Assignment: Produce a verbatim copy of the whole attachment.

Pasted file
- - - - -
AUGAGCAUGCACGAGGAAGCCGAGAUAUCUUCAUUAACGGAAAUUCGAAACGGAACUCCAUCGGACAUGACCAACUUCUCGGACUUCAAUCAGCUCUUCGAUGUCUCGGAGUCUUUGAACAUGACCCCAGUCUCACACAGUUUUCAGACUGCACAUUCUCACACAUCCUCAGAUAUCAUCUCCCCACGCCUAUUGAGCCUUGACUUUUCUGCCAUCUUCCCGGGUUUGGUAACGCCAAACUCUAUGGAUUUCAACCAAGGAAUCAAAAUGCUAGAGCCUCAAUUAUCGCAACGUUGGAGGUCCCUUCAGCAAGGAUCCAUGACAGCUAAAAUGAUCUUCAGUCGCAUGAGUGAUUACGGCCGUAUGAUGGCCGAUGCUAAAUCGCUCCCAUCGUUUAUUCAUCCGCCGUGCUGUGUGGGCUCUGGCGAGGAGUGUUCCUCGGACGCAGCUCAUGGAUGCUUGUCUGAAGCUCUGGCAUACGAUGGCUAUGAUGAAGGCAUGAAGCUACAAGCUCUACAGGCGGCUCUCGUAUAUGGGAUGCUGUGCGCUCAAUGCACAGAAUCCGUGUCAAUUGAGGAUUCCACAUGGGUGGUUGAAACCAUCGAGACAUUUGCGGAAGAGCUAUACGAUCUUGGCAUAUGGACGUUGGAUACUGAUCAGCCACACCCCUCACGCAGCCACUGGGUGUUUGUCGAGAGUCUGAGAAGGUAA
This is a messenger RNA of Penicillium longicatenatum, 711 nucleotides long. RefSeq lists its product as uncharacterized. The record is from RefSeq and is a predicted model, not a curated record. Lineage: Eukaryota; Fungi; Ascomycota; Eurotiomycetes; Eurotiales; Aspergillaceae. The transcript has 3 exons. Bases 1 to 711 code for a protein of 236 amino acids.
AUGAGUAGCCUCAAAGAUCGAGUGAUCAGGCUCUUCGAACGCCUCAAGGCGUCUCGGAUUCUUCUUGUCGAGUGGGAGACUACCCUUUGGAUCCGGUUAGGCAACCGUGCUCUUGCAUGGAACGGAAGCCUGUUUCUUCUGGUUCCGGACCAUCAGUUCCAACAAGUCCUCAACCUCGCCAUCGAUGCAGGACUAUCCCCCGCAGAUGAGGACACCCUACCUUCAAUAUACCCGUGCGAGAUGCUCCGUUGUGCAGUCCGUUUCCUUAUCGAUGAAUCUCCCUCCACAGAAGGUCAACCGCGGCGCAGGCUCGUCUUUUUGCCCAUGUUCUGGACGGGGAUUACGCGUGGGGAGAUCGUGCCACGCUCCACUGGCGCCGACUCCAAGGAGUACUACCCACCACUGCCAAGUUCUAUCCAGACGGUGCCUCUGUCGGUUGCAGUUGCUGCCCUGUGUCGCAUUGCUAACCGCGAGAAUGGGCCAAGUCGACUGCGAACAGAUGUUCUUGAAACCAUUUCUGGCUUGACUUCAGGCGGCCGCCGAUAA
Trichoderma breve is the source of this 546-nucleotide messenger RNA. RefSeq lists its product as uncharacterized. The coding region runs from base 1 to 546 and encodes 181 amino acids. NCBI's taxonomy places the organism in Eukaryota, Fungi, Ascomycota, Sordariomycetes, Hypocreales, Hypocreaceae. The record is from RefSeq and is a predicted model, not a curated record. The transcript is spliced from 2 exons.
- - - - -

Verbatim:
AUGAGCAUGCACGAGGAAGCCGAGAUAUCUUCAUUAACGGAAAUUCGAAACGGAACUCCAUCGGACAUGACCAACUUCUCGGACUUCAAUCAGCUCUUCGAUGUCUCGGAGUCUUUGAACAUGACCCCAGUCUCACACAGUUUUCAGACUGCACAUUCUCACACAUCCUCAGAUAUCAUCUCCCCACGCCUAUUGAGCCUUGACUUUUCUGCCAUCUUCCCGGGUUUGGUAACGCCAAACUCUAUGGAUUUCAACCAAGGAAUCAAAAUGCUAGAGCCUCAAUUAUCGCAACGUUGGAGGUCCCUUCAGCAAGGAUCCAUGACAGCUAAAAUGAUCUUCAGUCGCAUGAGUGAUUACGGCCGUAUGAUGGCCGAUGCUAAAUCGCUCCCAUCGUUUAUUCAUCCGCCGUGCUGUGUGGGCUCUGGCGAGGAGUGUUCCUCGGACGCAGCUCAUGGAUGCUUGUCUGAAGCUCUGGCAUACGAUGGCUAUGAUGAAGGCAUGAAGCUACAAGCUCUACAGGCGGCUCUCGUAUAUGGGAUGCUGUGCGCUCAAUGCACAGAAUCCGUGUCAAUUGAGGAUUCCACAUGGGUGGUUGAAACCAUCGAGACAUUUGCGGAAGAGCUAUACGAUCUUGGCAUAUGGACGUUGGAUACUGAUCAGCCACACCCCUCACGCAGCCACUGGGUGUUUGUCGAGAGUCUGAGAAGGUAA
This is a messenger RNA of Penicillium longicatenatum, 711 nucleotides long. RefSeq lists its product as uncharacterized. The record is from RefSeq and is a predicted model, not a curated record. Lineage: Eukaryota; Fungi; Ascomycota; Eurotiomycetes; Eurotiales; Aspergillaceae. The transcript has 3 exons. Bases 1 to 711 code for a protein of 236 amino acids.
AUGAGUAGCCUCAAAGAUCGAGUGAUCAGGCUCUUCGAACGCCUCAAGGCGUCUCGGAUUCUUCUUGUCGAGUGGGAGACUACCCUUUGGAUCCGGUUAGGCAACCGUGCUCUUGCAUGGAACGGAAGCCUGUUUCUUCUGGUUCCGGACCAUCAGUUCCAACAAGUCCUCAACCUCGCCAUCGAUGCAGGACUAUCCCCCGCAGAUGAGGACACCCUACCUUCAAUAUACCCGUGCGAGAUGCUCCGUUGUGCAGUCCGUUUCCUUAUCGAUGAAUCUCCCUCCACAGAAGGUCAACCGCGGCGCAGGCUCGUCUUUUUGCCCAUGUUCUGGACGGGGAUUACGCGUGGGGAGAUCGUGCCACGCUCCACUGGCGCCGACUCCAAGGAGUACUACCCACCACUGCCAAGUUCUAUCCAGACGGUGCCUCUGUCGGUUGCAGUUGCUGCCCUGUGUCGCAUUGCUAACCGCGAGAAUGGGCCAAGUCGACUGCGAACAGAUGUUCUUGAAACCAUUUCUGGCUUGACUUCAGGCGGCCGCCGAUAA
Trichoderma breve is the source of this 546-nucleotide messenger RNA. RefSeq lists its product as uncharacterized. The coding region runs from base 1 to 546 and encodes 181 amino acids. NCBI's taxonomy places the organism in Eukaryota, Fungi, Ascomycota, Sordariomycetes, Hypocreales, Hypocreaceae. The record is from RefSeq and is a predicted model, not a curated record. The transcript is spliced from 2 exons.